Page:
British No1 squash player Joel Makin is hoping to go all the way at this year’s Canary Wharf Classic when he plays his opening match against Saurav Ghosal tonight.
The 27-year-old Welshman will be playing his 100th senior tournament after a solid series of results in recent months that has seen him reach the final four on multiple occasions.
“I’m really hoping I could do a bit better this week, a win here at home would be massive for me,” said Makin.
“There’s a tough few matches before then, I’m seeded to meet Paul Coll in the quarter-finals, which is a big match for both of us, actually.
“He’s looking to close down the gap for world No1, he’ll go to No2 next month, and that’ll mean me closing the gap between the group above me.
“I’m nine at the moment and should be going towards eight or seven. It is a big match for both of us, and it’s exciting.”
Before any quarter final bout, however, fifth seed Makin must overcome Indian Ghosal.
“Saurav is particularly dangerous, because he’s extremely skilful, he’s probably got that top top level skill,” Makin said.
“Because of his size, he’s had to work out different ways of playing and he’s got a bit of a different game. He’s got a lot of subtlety and a lot of ball control.
“I’m going to have to bring a lot of pace and intensity around the middle and not allow him to slow the ball and be tricky, which he’s very capable of doing.
“These guys are really dangerous in best of three. Best of five games gives you a chance to break a lot of players down a little bit more, which I prefer to do.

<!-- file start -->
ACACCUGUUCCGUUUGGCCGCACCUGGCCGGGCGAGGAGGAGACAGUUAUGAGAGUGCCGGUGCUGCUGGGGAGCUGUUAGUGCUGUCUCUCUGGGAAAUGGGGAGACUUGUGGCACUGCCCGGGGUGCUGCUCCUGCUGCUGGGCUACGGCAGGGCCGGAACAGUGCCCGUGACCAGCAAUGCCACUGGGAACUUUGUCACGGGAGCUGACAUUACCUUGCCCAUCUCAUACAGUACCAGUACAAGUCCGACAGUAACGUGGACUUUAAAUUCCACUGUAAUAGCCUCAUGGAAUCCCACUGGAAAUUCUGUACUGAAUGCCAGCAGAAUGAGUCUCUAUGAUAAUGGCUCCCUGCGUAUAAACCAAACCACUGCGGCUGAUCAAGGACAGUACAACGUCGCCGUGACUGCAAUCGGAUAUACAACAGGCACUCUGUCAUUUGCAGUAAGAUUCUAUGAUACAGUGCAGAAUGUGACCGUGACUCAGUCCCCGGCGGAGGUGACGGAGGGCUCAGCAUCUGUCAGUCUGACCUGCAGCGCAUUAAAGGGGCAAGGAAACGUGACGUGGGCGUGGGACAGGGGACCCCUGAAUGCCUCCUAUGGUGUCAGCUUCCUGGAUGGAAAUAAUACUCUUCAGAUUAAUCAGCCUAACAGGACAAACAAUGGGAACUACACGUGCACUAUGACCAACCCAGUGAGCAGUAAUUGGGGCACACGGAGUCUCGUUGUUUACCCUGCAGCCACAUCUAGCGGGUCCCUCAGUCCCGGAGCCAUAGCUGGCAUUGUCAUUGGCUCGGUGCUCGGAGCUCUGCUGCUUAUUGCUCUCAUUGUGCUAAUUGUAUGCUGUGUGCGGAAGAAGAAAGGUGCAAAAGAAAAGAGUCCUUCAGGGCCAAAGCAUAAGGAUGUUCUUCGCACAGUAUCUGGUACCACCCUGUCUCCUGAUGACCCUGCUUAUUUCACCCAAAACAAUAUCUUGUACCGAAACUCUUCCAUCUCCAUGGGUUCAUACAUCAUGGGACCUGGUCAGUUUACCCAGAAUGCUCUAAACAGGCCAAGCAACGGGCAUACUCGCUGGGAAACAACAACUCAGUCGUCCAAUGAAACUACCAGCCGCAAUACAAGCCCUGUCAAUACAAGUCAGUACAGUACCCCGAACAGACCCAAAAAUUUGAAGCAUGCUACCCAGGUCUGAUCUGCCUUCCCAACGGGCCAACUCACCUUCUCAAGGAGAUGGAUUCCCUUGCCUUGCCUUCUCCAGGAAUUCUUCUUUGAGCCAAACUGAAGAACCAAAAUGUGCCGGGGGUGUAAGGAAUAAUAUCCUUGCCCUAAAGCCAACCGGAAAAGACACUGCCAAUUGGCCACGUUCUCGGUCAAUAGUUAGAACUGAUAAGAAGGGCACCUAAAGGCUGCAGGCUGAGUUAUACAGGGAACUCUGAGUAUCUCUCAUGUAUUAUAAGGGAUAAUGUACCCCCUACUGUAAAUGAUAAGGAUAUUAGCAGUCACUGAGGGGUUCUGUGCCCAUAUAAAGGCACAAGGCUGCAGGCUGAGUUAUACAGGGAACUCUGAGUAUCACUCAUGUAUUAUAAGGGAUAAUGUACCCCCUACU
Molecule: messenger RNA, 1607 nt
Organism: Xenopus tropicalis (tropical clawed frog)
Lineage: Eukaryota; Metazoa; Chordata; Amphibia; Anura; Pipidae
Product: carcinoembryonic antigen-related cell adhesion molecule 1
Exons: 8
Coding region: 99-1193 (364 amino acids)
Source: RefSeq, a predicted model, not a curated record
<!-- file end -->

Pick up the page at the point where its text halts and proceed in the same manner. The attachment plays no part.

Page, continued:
“But this is not that kind of situation, it will be a lot more tricky.”
British bounce back?
The Canary Wharf Classic is into its 18th edition, and continues to draw in the crowds.
A Briton hasn’t lifted the Classic title since 2017, when Englishman Nick Matthew beat Egyptian Fares Dessouky.
“There’s been a bit of a gap over the last couple of years,” he added. “British squash has always had those highly ranked players and I think a couple of months ago was the first time England didn’t have a top 20 player.
“The record had been going for ages. So they’ve always had the likes of Nick Matthew and James Willstrop [who won on Sunday]. These kind of guys have been, you know, dominating the game.
“There’s a bit of a gap at the moment. So I’d certainly like to be like that over the next couple years for sure.”
The Classic has sold out for all but one session, and the capacity crowds have in the past given British hopefuls an extra edge.
“In the last couple of events, I have been showing signs that I can win one of these big ones and it’d be great to win one here for sure,” Makin said.
“People are attacking more earlier on in the games and, with the crowds there, everyone gets into it. I wouldn’t be surprised if there’s a few big matchups this week.”
Makin a mark
As a proud Welshman, Makin’s aim is to be part of the Commonwealth team when the Games are held in Birmingham next year.
“I think the big one is the Commonwealth Games,” he continued. “That’s the time when we really get that TV coverage, where it’s a little bit different, because you’re actually on TV from the first couple of rounds.
“People really see what squash is about a bit more.
“There’s obviously the frustration about the Olympics, but we’ve got the World Championships where everyone in the sport can play while the Egyptians won’t be at the Commonwealths. So it’ll be a slightly different dynamic.”
The Classic continues this week with the final on Friday at East Wintergarden, Canary Wharf.